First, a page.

sub-group of a field is isomorphic to the additive subgroup of a finite
ring (where the ring is not necessarily a field), and for this representation
the construction is not hard.
Quote:
 4. In additional post (post #3) you wrote that you found an argument. May be it is an argument but a wrong argument. Since it is written in an unclear way let me state what you wanted to prove: if the group order has an odd prime factor (and hence a sub-group of odd order by the Sylow theorem) then inclusion does not work. There is a simple counterexample: The cyclic P group of order 3. Of course, P has order 3. Hence, number 3 is a factor of order of P, but P has an inclusion property mentioned by Nick. Of course, your argument couldn't be right, since you have never used the property that group is a part of a field.
I thought that I had addressed the question of when the group was cyclic.

Since the (multiplicative) group order of F is #F-1, and since #F is prime
or the power of a prime, this group can only be cyclic in the cases I
mentioned.

 2013-05-19, 09:07 #6 Nick     Dec 2012 The Netherlands 3·541 Posts Here is my solution: As a finite field, F has pⁿ elements for some prime number p and some integer n≥1. The group F* formed by its non-zero elements is cyclic, from which it easily follows that the subgroups of F* are totally ordered by inclusion if and only if F* has exactly qm elements for some prime number q and some integer m≥0. So the puzzle reduces to solving pn-1=qm. If m=0 then F has pn=qm+1=2 elements. Suppose n=1 and m≥1. Then q≥2 and qm+1 is prime from which it follows that q is even and m=2k for some integer k≥0 (this is a useful lemma from Hardy & Wright's Introduction to Number Theory). As q is prime, it follows that q=2 and #$F=p=2^{2^k}+1$, a Fermat prime number. Suppose m=1 and n>1. Then p-1 divides p^n-1 which divides q, so p-1 divides the prime q. If p-1=q then n=1, a contradiction, so p-1=1 and thus p=2. Hence #F-1=2n-1=q and #F-1 is a Mersenne prime. Finally, if m>1 and n>1 then, as R. D. Silverman pointed out, we can use the Catalan conjecture (proved by Mihailescu) to conclude that p=m=3 and q=n=2 so #F=9. As was also noted above, the converse is true as well, and is simple to verify.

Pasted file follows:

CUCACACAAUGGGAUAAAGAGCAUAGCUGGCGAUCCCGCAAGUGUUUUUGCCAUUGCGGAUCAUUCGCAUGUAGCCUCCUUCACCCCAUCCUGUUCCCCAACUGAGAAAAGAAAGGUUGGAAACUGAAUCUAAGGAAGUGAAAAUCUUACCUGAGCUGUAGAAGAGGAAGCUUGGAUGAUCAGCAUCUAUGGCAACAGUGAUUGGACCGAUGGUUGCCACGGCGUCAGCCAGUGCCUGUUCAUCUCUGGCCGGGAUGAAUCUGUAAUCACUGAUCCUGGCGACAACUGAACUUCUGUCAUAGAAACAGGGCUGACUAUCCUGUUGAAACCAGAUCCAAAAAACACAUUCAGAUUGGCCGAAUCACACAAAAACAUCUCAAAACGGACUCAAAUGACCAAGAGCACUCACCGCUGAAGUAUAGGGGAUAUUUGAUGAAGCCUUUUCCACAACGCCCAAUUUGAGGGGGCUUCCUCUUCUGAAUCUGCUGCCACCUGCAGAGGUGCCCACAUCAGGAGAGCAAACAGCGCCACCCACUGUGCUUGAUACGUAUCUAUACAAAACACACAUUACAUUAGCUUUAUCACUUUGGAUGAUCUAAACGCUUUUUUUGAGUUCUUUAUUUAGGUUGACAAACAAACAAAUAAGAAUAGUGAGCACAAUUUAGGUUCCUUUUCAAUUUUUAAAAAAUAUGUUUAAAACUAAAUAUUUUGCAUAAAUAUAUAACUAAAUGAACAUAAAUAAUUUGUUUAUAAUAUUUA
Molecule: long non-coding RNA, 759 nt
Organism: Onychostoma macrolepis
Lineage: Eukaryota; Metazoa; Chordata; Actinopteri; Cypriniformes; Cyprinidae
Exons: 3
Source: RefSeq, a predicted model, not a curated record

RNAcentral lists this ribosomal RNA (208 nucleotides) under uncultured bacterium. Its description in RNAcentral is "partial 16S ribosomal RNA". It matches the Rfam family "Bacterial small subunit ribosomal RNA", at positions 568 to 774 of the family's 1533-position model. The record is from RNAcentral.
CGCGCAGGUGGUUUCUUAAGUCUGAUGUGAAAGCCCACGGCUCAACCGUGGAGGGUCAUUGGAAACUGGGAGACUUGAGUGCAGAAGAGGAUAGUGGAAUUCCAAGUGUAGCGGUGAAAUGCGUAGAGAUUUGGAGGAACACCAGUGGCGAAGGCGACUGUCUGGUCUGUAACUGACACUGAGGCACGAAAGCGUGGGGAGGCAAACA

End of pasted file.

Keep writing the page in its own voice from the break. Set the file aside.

2013-05-19, 11:44 #7 literka     Mar 2010 110000002 Posts Of course, proof is complete. Probably here are people, who are not number theory specialists. So, it would be better to show also that there are fields F with #F=9. Hence, to show that we are not talking about empty set. Probably it is something very simple but still worthy to mention.
2013-05-19, 13:30   #8
Nick

Dec 2012
The Netherlands

162310 Posts

Quote:
 Originally Posted by literka Of course, proof is complete. Probably here are people, who are not number theory specialists. So, it would be better to show also that there are fields F with #F=9. Hence, to show that we are not talking about empty set. Probably it is something very simple but still worthy to mention.
The fact that a field with precisely 9 elements exists (and only one if you count isomorphic fields as equal) is indeed a simple consequence of Galois theory.
For a specific model of it, we could take the Gaussian integers modulo 3, i.e. the set of all numbers expressible in the form a+bi where a and b are integers mod 3 and i²=-1 (mod 3).